Apr. 2, 2012
The slim, suntanned legs
of the woman in front of me in the checkout line
fill me with yearning
to provide her with health insurance
and a sporty little car with personalized plates.
The way her dark hair
falls straight to her slender waist
makes me ache
to pay for a washer/dryer combo
and yearly ski trips to Aspen, not to mention
her weekly visits to the spa
and nail salon.
And the delicate rise of her breasts
under her thin blouse
kindles my desire
to purchase a blue minivan with a car seat,
and soon another car seat, and eventually
piano lessons and braces
for two teenage girls who will hate me.
Finally, her full, pouting lips
make me long to take out a second mortgage
in order to put both kids through college
at first- or second-tier institutions,
then cover their wedding expenses
and help out financially with the grandchildren
as generously as possible before I die
and leave them everything.
But now the cashier rings her up
and she walks out of my life forever,
leaving me alone
with my beer and toilet paper and frozen pizzas.
It's the birthday of the fairy tale writer Hans Christian Andersen (books by this author), born in Odense, Denmark (1805), the son of an illiterate mother and a poor cobbler. He trained for the ballet, the stage and the opera, but when all of that failed, settled on becoming a poet. His first novel gained him enough success that he was able to afford to travel, which would become his life-long passion. He left Denmark on thirty trips, spending twenty years abroad, travelling as far as Constantinople. He was great self-promoter and befriended practically everyone of importance in Europe—artists, musicians, scientists, politicians and royalty. He wrote six novels and several travel books, thirty-five plays and a hundred and seventy-five fairy tales including "The Little Mermaid," "The Princess and the Pea," "The Emperor's New Clothes," "Thumbelina," and "The Ugly Duckling." He remained forever true to his humble background and believed status should be the right of everyone and not the privilege of the aristocracy.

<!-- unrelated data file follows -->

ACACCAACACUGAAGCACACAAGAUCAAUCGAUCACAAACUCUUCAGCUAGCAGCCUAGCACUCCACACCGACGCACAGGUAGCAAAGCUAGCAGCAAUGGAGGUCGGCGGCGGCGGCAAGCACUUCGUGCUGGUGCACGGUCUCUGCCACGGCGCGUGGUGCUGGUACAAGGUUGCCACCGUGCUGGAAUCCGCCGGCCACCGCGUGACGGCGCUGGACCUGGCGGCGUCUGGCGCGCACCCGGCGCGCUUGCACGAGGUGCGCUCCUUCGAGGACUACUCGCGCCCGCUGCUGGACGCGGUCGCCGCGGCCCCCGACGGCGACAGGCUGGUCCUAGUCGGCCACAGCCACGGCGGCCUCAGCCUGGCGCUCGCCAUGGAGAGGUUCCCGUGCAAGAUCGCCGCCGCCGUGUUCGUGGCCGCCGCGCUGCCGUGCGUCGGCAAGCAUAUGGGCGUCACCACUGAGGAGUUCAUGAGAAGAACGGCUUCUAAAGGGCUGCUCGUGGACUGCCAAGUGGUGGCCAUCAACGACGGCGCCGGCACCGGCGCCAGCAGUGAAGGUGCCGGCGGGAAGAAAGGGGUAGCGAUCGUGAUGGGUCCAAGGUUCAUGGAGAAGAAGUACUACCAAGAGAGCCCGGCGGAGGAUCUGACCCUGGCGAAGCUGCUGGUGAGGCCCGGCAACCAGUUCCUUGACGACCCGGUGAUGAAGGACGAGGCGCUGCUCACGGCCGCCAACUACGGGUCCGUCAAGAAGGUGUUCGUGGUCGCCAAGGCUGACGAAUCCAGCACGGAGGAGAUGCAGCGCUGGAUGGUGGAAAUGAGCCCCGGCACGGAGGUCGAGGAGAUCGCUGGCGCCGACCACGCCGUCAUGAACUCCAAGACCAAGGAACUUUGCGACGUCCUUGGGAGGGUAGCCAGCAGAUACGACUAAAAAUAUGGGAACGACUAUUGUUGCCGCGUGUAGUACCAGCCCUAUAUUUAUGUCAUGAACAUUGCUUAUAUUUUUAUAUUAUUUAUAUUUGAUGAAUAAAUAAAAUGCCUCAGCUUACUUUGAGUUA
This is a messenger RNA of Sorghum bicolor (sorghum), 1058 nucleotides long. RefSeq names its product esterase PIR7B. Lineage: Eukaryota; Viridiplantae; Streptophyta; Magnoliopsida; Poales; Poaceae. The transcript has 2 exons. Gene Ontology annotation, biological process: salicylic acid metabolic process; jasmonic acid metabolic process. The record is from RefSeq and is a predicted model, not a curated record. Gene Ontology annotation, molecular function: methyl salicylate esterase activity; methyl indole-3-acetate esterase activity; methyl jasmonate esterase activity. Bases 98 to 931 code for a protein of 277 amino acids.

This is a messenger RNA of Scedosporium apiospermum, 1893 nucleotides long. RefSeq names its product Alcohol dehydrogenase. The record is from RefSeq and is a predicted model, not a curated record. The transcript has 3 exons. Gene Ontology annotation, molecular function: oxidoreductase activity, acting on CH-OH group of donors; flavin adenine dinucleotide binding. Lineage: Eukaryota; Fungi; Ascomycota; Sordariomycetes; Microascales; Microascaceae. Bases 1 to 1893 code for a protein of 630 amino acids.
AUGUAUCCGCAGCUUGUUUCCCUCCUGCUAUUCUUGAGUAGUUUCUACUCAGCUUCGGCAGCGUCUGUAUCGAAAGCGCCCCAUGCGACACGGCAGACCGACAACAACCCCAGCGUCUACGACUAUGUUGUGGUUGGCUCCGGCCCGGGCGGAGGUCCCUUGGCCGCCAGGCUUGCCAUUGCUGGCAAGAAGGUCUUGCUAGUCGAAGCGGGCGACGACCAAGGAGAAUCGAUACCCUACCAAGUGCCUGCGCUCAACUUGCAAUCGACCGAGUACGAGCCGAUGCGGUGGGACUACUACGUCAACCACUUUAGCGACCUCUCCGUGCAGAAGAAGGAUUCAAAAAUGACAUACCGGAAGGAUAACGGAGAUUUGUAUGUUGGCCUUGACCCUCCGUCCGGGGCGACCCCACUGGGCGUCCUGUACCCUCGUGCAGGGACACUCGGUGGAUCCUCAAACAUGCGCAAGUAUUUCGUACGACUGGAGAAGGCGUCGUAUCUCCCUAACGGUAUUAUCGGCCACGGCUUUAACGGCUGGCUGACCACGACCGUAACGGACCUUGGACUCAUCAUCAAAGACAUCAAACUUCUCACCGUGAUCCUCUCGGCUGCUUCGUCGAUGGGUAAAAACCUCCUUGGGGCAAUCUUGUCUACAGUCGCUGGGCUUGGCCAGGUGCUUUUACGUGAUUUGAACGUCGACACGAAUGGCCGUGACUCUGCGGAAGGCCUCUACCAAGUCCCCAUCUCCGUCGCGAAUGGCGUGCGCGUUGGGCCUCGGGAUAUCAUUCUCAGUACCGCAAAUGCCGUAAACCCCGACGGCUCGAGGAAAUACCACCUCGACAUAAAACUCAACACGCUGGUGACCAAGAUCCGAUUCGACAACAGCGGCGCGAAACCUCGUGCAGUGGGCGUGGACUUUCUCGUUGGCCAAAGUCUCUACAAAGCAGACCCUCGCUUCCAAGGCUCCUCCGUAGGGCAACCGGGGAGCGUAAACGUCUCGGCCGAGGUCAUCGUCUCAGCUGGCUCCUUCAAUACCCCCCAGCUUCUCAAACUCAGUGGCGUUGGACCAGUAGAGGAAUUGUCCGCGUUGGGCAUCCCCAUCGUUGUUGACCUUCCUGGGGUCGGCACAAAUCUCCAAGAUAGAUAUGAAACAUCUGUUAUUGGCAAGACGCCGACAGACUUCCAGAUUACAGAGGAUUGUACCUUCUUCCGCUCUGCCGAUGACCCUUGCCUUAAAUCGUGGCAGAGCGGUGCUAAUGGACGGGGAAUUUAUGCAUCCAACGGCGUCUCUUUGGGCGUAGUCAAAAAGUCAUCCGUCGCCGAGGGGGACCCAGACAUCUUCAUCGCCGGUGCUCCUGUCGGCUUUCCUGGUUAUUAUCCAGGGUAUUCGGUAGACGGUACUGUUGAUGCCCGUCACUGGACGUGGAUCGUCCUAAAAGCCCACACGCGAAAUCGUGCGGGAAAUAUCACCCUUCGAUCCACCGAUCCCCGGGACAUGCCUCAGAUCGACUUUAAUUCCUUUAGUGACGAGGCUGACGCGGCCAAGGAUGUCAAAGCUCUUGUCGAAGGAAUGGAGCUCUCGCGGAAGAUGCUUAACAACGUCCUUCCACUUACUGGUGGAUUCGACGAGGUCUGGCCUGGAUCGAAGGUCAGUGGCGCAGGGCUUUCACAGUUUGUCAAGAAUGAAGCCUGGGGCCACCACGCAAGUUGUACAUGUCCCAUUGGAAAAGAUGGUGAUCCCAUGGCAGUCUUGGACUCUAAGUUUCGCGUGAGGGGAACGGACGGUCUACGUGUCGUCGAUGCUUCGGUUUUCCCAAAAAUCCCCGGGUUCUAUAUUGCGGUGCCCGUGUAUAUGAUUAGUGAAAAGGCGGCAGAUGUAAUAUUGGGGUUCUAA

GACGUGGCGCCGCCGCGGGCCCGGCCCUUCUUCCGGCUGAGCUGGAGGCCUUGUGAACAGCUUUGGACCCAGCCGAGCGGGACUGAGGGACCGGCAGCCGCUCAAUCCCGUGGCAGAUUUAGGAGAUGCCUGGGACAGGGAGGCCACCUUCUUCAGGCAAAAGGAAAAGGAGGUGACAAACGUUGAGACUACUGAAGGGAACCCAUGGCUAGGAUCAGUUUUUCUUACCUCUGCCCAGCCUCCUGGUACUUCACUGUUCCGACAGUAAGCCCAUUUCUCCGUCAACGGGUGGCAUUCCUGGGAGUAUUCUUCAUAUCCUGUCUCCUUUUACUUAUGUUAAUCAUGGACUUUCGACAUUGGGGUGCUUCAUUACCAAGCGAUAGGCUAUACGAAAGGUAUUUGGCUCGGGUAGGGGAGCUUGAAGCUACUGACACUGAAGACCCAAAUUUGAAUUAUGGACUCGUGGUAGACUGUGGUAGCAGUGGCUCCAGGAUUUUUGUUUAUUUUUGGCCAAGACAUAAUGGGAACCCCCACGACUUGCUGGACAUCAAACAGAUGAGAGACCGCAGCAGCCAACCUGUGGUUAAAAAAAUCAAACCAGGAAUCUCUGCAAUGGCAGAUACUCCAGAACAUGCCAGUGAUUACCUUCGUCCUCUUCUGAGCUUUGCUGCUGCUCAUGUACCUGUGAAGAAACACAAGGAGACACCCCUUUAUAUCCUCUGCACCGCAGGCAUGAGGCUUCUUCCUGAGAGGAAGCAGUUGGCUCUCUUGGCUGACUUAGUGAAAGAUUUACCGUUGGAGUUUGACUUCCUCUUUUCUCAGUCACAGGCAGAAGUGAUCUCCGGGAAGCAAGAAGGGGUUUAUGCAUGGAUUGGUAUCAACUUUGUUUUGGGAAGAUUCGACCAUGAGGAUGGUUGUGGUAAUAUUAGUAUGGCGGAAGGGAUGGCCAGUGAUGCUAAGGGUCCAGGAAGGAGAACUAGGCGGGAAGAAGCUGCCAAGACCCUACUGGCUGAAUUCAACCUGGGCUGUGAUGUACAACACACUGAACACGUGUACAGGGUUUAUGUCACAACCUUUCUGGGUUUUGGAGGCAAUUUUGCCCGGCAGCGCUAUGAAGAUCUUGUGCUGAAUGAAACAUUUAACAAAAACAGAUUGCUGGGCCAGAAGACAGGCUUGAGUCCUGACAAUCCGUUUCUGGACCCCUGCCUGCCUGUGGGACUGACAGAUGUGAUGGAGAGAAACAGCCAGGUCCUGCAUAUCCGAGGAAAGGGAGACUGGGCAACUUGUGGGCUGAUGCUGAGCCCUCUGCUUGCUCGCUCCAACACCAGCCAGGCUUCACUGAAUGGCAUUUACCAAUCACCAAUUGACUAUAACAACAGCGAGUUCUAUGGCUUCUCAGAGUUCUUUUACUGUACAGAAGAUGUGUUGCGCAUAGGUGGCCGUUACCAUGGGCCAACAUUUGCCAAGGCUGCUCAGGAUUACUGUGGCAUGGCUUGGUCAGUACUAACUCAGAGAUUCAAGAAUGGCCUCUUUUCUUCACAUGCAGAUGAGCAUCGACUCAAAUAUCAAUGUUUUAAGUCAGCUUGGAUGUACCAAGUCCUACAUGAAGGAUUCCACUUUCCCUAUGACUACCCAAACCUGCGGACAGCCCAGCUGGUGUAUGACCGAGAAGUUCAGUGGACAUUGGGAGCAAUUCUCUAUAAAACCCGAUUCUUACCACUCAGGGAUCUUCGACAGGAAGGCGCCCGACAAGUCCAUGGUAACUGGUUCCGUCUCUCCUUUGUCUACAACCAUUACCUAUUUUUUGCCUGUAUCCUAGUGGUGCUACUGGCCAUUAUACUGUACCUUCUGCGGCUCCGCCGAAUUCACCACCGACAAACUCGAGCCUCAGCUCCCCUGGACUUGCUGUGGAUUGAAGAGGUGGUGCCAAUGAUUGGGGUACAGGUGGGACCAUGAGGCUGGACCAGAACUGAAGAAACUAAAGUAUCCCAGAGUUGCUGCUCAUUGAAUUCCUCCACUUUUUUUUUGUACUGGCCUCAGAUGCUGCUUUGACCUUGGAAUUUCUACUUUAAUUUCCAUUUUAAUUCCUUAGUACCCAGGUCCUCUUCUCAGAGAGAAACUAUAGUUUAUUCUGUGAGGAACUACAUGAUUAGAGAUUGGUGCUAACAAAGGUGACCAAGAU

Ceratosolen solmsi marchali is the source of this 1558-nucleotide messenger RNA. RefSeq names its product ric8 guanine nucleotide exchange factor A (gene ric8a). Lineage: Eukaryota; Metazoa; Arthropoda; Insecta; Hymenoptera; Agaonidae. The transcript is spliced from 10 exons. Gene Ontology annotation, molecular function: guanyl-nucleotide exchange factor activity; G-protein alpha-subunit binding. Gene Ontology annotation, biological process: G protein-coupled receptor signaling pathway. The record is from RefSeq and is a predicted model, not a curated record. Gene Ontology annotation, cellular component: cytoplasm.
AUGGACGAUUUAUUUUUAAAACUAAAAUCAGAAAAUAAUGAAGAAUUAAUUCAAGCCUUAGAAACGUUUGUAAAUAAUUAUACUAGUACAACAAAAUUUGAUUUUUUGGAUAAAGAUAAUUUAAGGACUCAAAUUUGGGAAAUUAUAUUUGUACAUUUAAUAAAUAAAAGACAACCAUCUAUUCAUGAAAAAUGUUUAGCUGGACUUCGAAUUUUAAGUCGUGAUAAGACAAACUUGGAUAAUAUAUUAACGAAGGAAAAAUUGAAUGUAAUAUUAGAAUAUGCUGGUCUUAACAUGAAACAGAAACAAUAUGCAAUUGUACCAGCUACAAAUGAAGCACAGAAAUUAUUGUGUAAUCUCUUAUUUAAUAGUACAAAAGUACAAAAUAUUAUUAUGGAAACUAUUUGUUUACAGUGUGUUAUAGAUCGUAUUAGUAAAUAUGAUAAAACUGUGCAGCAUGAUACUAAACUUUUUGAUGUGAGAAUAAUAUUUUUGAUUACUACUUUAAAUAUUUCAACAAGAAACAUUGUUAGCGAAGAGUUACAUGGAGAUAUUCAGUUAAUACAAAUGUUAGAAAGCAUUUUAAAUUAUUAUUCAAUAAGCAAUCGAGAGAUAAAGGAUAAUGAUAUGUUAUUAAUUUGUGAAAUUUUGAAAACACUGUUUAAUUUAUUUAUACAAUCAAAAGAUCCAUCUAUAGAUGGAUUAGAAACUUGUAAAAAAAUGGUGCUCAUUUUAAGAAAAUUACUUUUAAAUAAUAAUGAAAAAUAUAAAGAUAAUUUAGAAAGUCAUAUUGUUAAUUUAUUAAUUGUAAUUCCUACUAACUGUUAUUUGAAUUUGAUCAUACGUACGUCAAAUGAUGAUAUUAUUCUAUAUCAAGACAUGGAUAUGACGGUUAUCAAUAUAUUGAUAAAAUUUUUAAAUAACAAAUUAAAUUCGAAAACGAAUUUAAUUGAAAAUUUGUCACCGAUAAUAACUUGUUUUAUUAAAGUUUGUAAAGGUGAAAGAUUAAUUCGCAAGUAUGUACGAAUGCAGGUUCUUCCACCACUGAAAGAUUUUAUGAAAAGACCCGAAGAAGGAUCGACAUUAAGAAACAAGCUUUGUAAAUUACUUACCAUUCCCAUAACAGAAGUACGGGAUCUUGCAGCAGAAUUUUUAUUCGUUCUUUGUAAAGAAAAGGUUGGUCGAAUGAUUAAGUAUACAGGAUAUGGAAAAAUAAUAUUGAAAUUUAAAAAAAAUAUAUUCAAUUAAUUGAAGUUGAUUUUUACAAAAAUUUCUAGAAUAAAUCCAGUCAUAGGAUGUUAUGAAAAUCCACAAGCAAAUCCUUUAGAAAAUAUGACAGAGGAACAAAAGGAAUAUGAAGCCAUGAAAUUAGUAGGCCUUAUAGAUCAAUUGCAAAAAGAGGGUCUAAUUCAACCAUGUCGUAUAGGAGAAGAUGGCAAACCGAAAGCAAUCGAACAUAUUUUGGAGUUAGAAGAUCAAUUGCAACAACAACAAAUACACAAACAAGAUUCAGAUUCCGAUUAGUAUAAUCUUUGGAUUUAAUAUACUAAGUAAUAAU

Today is the birthday of Giacomo Casanova (books by this author), born in Venice (1725), the famous libertine. A compulsive gambler and restless man, he never settled into one occupation before tiring of it and moving on to the next thing — he earned a law degree, was a scribe to a Cardinal in Rome, joined the military, played violin in the theater, posed as an alchemist, translated the Iliad, spied for the government, and was a librarian. But he is best remembered for seducing many women, which he wrote about in his 12 volume, 3,500 page autobiography, The Story of My Life.
"I loved, I was loved, my health was good, I had a great deal of money, and I spent it, I was happy and I confessed it to myself."
Today is the birthday of Émile Zola (books by this author), born in Paris (1840). He was inspired by reading Charles Darwin to try to apply scientific principles of observation to the practice of writing fiction. The result was a 20-novel cycle, a kind of fictional documentary about the influence of heredity and environment on an extended family. It was called Les Rougon-Macquart. Some of the novels of the cycle include The Drunkard (1877), Nana (1880), and Germinal (1885).
Zola said, "One forges one's style on the terrible anvil of daily deadlines....The artist is nothing without the gift, but the gift is nothing without work."
Be well, do good work, and keep in touch.®